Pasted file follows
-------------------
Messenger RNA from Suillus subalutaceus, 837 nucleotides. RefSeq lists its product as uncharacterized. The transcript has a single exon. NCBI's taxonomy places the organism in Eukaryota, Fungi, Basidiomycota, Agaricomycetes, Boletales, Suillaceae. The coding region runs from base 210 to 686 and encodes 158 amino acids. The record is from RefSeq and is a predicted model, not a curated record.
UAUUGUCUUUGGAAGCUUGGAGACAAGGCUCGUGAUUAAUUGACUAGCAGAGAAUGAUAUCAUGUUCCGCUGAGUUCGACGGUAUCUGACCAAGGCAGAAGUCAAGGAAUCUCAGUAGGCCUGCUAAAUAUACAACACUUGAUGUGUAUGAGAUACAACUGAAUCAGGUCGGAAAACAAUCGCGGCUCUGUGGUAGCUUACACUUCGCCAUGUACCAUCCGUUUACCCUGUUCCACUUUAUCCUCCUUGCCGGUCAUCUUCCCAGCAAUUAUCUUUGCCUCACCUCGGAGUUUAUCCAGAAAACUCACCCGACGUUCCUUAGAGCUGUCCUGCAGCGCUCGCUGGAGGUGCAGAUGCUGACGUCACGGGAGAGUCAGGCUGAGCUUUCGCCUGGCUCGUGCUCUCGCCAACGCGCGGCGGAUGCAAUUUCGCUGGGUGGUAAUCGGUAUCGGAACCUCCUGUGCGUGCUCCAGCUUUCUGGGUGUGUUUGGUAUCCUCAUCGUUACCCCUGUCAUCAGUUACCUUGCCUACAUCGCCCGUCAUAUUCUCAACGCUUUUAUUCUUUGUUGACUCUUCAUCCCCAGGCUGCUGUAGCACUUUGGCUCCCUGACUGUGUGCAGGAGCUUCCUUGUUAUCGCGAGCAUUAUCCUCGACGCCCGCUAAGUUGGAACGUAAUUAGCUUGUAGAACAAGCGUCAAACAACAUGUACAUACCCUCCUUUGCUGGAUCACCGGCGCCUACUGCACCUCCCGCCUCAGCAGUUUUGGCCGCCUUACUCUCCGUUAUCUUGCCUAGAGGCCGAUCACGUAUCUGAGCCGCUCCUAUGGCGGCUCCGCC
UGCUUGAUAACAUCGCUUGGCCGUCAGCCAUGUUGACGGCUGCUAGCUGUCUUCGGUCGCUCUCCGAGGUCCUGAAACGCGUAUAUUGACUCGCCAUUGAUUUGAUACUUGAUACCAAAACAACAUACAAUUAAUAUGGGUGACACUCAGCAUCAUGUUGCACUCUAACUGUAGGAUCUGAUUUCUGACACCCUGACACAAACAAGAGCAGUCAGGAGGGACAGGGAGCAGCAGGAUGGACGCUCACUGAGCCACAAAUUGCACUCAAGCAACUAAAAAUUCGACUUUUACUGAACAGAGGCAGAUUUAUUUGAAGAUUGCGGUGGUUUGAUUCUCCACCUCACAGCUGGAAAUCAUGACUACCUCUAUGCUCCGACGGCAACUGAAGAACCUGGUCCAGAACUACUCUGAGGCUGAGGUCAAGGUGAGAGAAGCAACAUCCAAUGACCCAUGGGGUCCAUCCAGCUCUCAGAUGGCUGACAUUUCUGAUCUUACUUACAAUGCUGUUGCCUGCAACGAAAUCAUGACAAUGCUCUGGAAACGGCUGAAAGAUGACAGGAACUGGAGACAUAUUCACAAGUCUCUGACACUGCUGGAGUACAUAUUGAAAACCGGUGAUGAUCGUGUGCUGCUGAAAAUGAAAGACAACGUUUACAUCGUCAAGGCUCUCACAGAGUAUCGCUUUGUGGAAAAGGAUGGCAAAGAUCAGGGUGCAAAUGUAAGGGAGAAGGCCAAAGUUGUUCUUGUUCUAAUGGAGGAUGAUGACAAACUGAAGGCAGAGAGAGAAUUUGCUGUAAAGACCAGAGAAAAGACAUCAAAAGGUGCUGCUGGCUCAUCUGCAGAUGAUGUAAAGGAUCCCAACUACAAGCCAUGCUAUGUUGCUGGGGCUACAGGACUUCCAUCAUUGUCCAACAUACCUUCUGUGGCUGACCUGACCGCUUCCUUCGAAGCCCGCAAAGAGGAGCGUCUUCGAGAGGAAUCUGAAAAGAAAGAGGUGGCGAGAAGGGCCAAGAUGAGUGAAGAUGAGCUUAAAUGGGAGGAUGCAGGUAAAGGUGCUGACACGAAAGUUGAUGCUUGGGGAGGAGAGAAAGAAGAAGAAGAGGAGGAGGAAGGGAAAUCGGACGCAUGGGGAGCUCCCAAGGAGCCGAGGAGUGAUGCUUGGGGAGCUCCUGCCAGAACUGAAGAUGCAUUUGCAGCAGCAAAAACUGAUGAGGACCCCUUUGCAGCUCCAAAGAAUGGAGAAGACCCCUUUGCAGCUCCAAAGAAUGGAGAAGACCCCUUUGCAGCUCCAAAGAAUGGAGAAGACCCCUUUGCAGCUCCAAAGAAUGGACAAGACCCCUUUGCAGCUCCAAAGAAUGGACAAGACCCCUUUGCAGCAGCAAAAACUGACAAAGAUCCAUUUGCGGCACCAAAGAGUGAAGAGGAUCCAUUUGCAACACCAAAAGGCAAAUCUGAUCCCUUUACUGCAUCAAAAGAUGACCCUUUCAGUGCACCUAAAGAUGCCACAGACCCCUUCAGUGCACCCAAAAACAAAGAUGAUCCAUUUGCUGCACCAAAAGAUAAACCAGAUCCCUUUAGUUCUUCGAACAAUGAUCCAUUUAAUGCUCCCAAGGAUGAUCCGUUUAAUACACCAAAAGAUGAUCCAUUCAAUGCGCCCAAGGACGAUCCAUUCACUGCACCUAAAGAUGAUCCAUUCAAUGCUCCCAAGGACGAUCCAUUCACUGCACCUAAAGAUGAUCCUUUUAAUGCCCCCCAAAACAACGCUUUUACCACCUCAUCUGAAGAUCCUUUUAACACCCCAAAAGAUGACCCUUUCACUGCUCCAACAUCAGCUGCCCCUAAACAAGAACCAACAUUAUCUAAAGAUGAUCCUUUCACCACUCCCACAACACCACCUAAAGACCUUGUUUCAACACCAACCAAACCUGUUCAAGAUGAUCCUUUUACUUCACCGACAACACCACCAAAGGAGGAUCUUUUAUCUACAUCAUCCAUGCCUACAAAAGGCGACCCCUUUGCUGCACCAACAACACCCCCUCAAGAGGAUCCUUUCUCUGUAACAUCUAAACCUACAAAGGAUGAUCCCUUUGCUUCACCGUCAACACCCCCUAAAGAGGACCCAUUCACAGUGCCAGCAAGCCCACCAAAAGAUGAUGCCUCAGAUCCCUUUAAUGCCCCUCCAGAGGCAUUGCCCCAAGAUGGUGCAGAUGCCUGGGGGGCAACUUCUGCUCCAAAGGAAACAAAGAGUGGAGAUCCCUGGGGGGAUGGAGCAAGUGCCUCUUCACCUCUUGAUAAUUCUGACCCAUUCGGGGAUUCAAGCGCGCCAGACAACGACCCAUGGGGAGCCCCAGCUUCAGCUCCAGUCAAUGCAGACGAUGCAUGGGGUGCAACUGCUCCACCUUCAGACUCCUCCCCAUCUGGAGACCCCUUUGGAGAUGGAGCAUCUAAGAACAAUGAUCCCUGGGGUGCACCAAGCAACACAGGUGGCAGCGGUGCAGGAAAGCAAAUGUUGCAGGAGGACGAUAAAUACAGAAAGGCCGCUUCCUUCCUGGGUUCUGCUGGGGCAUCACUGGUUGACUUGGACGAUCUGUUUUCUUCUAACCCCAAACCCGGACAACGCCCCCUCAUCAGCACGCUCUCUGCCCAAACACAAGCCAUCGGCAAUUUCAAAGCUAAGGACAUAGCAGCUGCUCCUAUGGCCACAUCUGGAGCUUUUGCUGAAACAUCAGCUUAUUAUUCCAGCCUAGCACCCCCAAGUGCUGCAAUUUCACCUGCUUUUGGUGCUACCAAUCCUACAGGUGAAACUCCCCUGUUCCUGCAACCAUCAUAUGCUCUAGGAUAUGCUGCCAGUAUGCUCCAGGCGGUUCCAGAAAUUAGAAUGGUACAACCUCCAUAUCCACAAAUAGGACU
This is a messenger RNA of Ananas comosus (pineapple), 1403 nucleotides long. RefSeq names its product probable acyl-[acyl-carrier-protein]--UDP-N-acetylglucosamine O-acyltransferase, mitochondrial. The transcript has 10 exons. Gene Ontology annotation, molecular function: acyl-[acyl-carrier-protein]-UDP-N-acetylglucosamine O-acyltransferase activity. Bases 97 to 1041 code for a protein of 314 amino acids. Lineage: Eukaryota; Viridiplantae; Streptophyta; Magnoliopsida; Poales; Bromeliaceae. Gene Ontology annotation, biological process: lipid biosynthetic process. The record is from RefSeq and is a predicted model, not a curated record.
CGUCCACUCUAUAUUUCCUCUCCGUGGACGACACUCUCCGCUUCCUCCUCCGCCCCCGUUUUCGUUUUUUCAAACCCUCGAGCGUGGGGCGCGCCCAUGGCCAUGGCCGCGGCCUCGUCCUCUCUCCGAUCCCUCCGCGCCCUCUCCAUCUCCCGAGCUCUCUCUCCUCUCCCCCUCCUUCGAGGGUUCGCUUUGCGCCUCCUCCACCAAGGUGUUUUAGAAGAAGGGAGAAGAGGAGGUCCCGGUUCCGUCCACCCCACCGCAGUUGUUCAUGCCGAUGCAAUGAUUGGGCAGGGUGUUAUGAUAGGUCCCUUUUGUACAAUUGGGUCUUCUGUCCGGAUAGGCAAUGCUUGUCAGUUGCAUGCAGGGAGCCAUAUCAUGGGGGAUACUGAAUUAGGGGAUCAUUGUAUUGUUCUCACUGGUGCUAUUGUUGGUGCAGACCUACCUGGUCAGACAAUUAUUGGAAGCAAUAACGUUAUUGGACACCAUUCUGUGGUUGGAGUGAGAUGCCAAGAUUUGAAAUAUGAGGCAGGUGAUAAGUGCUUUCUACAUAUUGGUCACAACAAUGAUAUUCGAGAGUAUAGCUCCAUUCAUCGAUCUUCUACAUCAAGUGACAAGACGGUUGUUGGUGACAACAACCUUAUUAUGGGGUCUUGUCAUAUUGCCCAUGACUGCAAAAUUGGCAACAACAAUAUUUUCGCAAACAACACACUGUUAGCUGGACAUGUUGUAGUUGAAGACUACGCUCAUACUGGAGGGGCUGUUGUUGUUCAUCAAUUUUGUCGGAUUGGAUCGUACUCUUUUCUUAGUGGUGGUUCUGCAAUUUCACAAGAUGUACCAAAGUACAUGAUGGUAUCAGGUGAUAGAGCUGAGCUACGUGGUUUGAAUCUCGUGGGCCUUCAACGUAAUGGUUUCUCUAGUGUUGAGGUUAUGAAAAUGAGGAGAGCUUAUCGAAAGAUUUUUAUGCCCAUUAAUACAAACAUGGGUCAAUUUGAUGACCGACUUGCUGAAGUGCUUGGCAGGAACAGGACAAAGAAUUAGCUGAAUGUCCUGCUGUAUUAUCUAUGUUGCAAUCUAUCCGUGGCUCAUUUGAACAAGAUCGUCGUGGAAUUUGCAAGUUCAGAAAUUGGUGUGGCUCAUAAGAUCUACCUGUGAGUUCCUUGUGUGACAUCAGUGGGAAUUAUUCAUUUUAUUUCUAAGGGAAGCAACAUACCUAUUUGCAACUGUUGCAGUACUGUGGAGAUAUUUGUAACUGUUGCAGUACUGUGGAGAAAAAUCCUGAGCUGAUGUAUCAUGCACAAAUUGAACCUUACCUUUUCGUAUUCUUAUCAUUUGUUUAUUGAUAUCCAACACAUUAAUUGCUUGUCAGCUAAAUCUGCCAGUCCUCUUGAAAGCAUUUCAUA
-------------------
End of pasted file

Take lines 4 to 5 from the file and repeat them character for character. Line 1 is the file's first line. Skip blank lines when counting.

This is a messenger RNA of Ananas comosus (pineapple), 1403 nucleotides long. RefSeq names its product probable acyl-[acyl-carrier-protein]--UDP-N-acetylglucosamine O-acyltransferase, mitochondrial. The transcript has 10 exons. Gene Ontology annotation, molecular function: acyl-[acyl-carrier-protein]-UDP-N-acetylglucosamine O-acyltransferase activity. Bases 97 to 1041 code for a protein of 314 amino acids. Lineage: Eukaryota; Viridiplantae; Streptophyta; Magnoliopsida; Poales; Bromeliaceae. Gene Ontology annotation, biological process: lipid biosynthetic process. The record is from RefSeq and is a predicted model, not a curated record.
CGUCCACUCUAUAUUUCCUCUCCGUGGACGACACUCUCCGCUUCCUCCUCCGCCCCCGUUUUCGUUUUUUCAAACCCUCGAGCGUGGGGCGCGCCCAUGGCCAUGGCCGCGGCCUCGUCCUCUCUCCGAUCCCUCCGCGCCCUCUCCAUCUCCCGAGCUCUCUCUCCUCUCCCCCUCCUUCGAGGGUUCGCUUUGCGCCUCCUCCACCAAGGUGUUUUAGAAGAAGGGAGAAGAGGAGGUCCCGGUUCCGUCCACCCCACCGCAGUUGUUCAUGCCGAUGCAAUGAUUGGGCAGGGUGUUAUGAUAGGUCCCUUUUGUACAAUUGGGUCUUCUGUCCGGAUAGGCAAUGCUUGUCAGUUGCAUGCAGGGAGCCAUAUCAUGGGGGAUACUGAAUUAGGGGAUCAUUGUAUUGUUCUCACUGGUGCUAUUGUUGGUGCAGACCUACCUGGUCAGACAAUUAUUGGAAGCAAUAACGUUAUUGGACACCAUUCUGUGGUUGGAGUGAGAUGCCAAGAUUUGAAAUAUGAGGCAGGUGAUAAGUGCUUUCUACAUAUUGGUCACAACAAUGAUAUUCGAGAGUAUAGCUCCAUUCAUCGAUCUUCUACAUCAAGUGACAAGACGGUUGUUGGUGACAACAACCUUAUUAUGGGGUCUUGUCAUAUUGCCCAUGACUGCAAAAUUGGCAACAACAAUAUUUUCGCAAACAACACACUGUUAGCUGGACAUGUUGUAGUUGAAGACUACGCUCAUACUGGAGGGGCUGUUGUUGUUCAUCAAUUUUGUCGGAUUGGAUCGUACUCUUUUCUUAGUGGUGGUUCUGCAAUUUCACAAGAUGUACCAAAGUACAUGAUGGUAUCAGGUGAUAGAGCUGAGCUACGUGGUUUGAAUCUCGUGGGCCUUCAACGUAAUGGUUUCUCUAGUGUUGAGGUUAUGAAAAUGAGGAGAGCUUAUCGAAAGAUUUUUAUGCCCAUUAAUACAAACAUGGGUCAAUUUGAUGACCGACUUGCUGAAGUGCUUGGCAGGAACAGGACAAAGAAUUAGCUGAAUGUCCUGCUGUAUUAUCUAUGUUGCAAUCUAUCCGUGGCUCAUUUGAACAAGAUCGUCGUGGAAUUUGCAAGUUCAGAAAUUGGUGUGGCUCAUAAGAUCUACCUGUGAGUUCCUUGUGUGACAUCAGUGGGAAUUAUUCAUUUUAUUUCUAAGGGAAGCAACAUACCUAUUUGCAACUGUUGCAGUACUGUGGAGAUAUUUGUAACUGUUGCAGUACUGUGGAGAAAAAUCCUGAGCUGAUGUAUCAUGCACAAAUUGAACCUUACCUUUUCGUAUUCUUAUCAUUUGUUUAUUGAUAUCCAACACAUUAAUUGCUUGUCAGCUAAAUCUGCCAGUCCUCUUGAAAGCAUUUCAUA